On The Go

USB data / charging cable   A small puzzle: The illustration shows a standard USB data/charging cable, the type that might be used to transfer photos or music between a computer (the larger USB-A connector) and an Android cell phone or tablet (the smaller micro-B connector). The USB-A plug has four pins, while the micro-B has five. Two of the pins on each end are power (Vcc and ground)—that much is obvious. Two are data (D+ and D−). What then is the other micro connector pin for, and which pin is it? The answer is easy to find with a quick Internet search, but I’ll come back to that in a moment.

    One question that popped to mind was how many wires are in the cable. It should have been obvious that the cable would have four and not five wires, since one end has only four pins. But imagining some quasi-magic possibilities
I cut one of these data cables. Indeed there were four wires, not five. More precisely, the cable I cut had four wires plus a shield, but the black wire was common withmicro-B pinouts the shield, so there were four separate conductors.

    A diagram of the micro-B connector shows pins labeled Vcc, D-, D+, ID, and Gnd. The odd-man-out pin is number 4, called ‘ID’. The plot thickens! How can a pin that is not connected serve any purpose? (I guessed that ID must stand for identifier.)

On-the-go cable

    It is time to cry ‘uncle’, AKA hit the search engine.  The answer is that the micro-B’s pin 4 does not always float. Sometimes it is grounded internally, i.e., inside the connector. I picture this as a blob of solder between pins 4 and 5, although I
’m sure that’s not how it really is. The illustration above shows a USB ‘OTG’ cable. ‘OTG’ stands for ‘On The Go’, a less than informative name, but let’s face it—marketing rules the world. Pin 4 of the micro-B plug end of this cable is connected to ground. The other two connectors are female (USB-A and a micro-B jack).

    The purpose of grounding the ID pin is to bring about a sort of role reversal. Normally when a computer and cell-phone or tablet are connected, the computer is the ‘host’ and the cell phone or other device is the peripheral. The host is also known as the OTG A device, and the connected device as a B. (Here the letters ‘A’ and ‘B’ have nothing to do with the similarly named USB connector types.) In other words, the OTG A or B designation identifies whether the device to which the plug connects is a USB host or not.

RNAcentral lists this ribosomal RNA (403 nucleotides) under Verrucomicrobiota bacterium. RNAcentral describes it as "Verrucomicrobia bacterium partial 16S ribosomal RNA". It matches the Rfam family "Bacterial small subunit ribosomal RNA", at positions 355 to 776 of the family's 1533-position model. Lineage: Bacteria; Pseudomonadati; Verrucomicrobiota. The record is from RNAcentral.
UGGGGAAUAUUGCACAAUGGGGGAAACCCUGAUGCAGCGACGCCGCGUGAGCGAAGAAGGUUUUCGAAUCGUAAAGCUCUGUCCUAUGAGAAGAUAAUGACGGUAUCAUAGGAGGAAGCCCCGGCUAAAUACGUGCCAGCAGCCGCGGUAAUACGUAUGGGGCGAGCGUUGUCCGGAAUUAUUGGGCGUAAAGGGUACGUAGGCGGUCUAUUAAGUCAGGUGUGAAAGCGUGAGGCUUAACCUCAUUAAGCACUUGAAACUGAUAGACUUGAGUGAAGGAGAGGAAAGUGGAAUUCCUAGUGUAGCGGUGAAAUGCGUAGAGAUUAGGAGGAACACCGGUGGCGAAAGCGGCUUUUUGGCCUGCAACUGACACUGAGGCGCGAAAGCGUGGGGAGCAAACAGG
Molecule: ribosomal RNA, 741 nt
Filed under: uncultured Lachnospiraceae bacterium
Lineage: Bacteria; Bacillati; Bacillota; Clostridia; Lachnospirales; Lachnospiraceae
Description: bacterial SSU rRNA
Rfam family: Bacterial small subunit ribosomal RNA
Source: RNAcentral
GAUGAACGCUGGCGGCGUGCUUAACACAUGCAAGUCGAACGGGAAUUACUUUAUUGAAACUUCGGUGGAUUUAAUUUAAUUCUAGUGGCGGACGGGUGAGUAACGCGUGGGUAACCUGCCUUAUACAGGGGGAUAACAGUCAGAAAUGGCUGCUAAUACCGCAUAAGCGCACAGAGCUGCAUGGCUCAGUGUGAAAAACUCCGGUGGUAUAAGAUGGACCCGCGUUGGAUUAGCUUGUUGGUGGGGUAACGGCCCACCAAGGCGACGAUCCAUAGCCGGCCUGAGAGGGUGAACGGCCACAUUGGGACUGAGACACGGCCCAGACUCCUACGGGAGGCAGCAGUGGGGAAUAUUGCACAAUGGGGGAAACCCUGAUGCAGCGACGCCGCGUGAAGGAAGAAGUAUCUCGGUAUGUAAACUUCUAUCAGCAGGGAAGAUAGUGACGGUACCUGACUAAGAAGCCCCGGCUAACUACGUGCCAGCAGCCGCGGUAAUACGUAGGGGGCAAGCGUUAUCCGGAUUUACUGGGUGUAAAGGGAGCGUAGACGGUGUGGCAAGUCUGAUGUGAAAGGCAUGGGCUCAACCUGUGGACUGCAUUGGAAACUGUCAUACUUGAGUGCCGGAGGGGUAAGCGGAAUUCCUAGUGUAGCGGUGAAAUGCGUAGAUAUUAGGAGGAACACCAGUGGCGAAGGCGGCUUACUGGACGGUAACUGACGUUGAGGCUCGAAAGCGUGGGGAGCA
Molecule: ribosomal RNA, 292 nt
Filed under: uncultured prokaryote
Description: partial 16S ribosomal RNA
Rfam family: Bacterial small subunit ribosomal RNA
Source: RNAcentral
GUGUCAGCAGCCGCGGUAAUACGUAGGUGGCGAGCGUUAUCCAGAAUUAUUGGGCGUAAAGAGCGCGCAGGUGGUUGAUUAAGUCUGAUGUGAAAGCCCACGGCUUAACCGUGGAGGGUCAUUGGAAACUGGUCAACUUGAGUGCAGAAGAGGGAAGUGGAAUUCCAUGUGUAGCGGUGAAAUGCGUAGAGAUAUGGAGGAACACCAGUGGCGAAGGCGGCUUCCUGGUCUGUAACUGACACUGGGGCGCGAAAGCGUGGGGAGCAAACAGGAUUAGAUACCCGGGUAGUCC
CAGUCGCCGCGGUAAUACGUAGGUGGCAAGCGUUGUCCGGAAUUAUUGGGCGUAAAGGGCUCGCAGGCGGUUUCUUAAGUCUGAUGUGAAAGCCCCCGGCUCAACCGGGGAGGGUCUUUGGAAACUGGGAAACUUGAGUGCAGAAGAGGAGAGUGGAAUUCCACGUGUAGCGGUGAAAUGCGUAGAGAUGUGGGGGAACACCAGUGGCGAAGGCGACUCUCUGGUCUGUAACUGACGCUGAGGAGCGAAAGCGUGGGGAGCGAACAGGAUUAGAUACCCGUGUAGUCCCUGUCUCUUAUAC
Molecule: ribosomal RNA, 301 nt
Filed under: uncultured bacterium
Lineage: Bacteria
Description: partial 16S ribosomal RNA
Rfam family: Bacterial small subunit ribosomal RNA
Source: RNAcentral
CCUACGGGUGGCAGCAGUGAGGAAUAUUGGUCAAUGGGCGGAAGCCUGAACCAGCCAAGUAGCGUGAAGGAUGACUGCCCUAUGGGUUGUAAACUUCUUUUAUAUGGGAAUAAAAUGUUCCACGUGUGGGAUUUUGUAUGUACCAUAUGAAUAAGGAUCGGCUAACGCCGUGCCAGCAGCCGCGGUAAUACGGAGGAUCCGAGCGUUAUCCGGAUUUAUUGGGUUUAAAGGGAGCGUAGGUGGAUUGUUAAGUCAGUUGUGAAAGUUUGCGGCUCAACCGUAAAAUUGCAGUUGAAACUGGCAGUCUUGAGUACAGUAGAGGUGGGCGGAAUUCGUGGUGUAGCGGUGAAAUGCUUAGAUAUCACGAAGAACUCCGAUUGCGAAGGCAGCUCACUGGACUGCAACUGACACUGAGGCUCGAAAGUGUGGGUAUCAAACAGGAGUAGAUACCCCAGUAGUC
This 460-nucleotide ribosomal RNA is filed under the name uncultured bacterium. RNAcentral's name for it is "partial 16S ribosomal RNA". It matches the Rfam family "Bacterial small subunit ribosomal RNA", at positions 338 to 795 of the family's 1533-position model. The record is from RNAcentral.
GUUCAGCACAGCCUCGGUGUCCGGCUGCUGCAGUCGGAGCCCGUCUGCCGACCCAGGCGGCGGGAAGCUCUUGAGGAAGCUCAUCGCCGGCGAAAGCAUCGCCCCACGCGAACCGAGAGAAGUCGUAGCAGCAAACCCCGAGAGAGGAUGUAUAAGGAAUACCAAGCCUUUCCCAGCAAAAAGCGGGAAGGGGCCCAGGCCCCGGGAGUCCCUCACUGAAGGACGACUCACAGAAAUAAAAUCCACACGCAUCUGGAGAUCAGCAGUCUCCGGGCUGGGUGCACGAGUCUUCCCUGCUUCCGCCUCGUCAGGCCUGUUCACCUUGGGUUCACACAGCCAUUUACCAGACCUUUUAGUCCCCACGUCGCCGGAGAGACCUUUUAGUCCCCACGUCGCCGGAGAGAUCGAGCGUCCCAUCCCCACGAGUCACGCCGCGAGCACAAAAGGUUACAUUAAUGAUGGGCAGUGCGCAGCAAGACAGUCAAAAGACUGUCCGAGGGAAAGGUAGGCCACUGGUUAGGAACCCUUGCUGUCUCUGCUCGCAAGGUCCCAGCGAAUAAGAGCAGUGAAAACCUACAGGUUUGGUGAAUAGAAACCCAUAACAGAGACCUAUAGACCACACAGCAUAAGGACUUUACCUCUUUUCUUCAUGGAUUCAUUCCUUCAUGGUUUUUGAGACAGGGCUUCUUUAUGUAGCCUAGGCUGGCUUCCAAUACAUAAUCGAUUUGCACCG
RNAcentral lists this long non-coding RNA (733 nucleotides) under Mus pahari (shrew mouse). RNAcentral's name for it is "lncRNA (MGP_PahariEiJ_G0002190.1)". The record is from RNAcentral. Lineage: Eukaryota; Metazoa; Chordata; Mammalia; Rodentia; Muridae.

The connection between pins 4 and 5 can be verified with an ohmmeter, although it is challenging to make such a measurement without the aid of an exposed socket. In any case, ‘the proof is in the pudding’—an Android application that needs to access a USB device as host will not work unless the connecting plug is of the correct type. One such application is SDR Touch. I had exercised this application (the free version) using a commercially available OTG cable similar to the one pictured above. Then at some point I thought to construct a breakout version of the cable, and to use SDR Touch with this breakout to test my understanding.

    When a USB device is connected to a cell phone or tablet without ancillary power, it tends to drain the battery more quickly than when nothing is connected. However, when plugged into a charger the micro-B path in the OTG cable passes 5 volts from the micro-B jack to both the micro-B plug and the USB A jack. In this way power from the charger supplements the battery, retarding its discharge rate.

USB proto board setup for OTG
    The annotated photo above shows the test setup for simulating OTG. My old cellphone (lower right) no longer has service, but is okay for running apps that do not depend on the latest Android version. SDR Touch (the application running on the phone) supports SDRplay (upper right). That is to say, a driver is available for SDRplay. The perforated board has several USB connectors and associated headers. Finally the ribbon wire is a five-conductor cable that maps all 5 pins of the micro-B plug to the breakout board via a plug-in header. With this 5-pin wire it is possible to ground or unground the ID pin at its distal end.Allow USB dialog

No compatible devices    There’s not much to say about what happens. It is exactly what is expected, an anti-climax. When the ID pin is floating, the SDRplay driver cannot be loaded and the message on the left is displayed. When pin 4 is grounded using the jumper visible in the zoomed ‘detail’ part of the illustration (upper left), the user is asked whether to accept the driver that was found and whether to make it the default (right photo). As far as I can tell, this part does not work properly, as the same dialog is repeated the next time the application is cold-started. In other words, the selected driver does not load by default, but it does load on request and the application works.

    The annotated illustration above also shows data pins connected by jumpers from the host-mode plug to the SDRplay USB-A jack, and power from the charger connection at the bottom to both the phone and peripheral. The ID pin does not connect anywhere except to ground at the PCB end of the 5-wire test cable, the same as if it were connected inside the micro-B plug that attaches to the cell phone. This demonstration might be considered OTG the hard way! However, the point was to make the ID pin’s function clear to myself, in other words to understand what is happening in the OTG cable, and why.

   Demo: OTG.mp4


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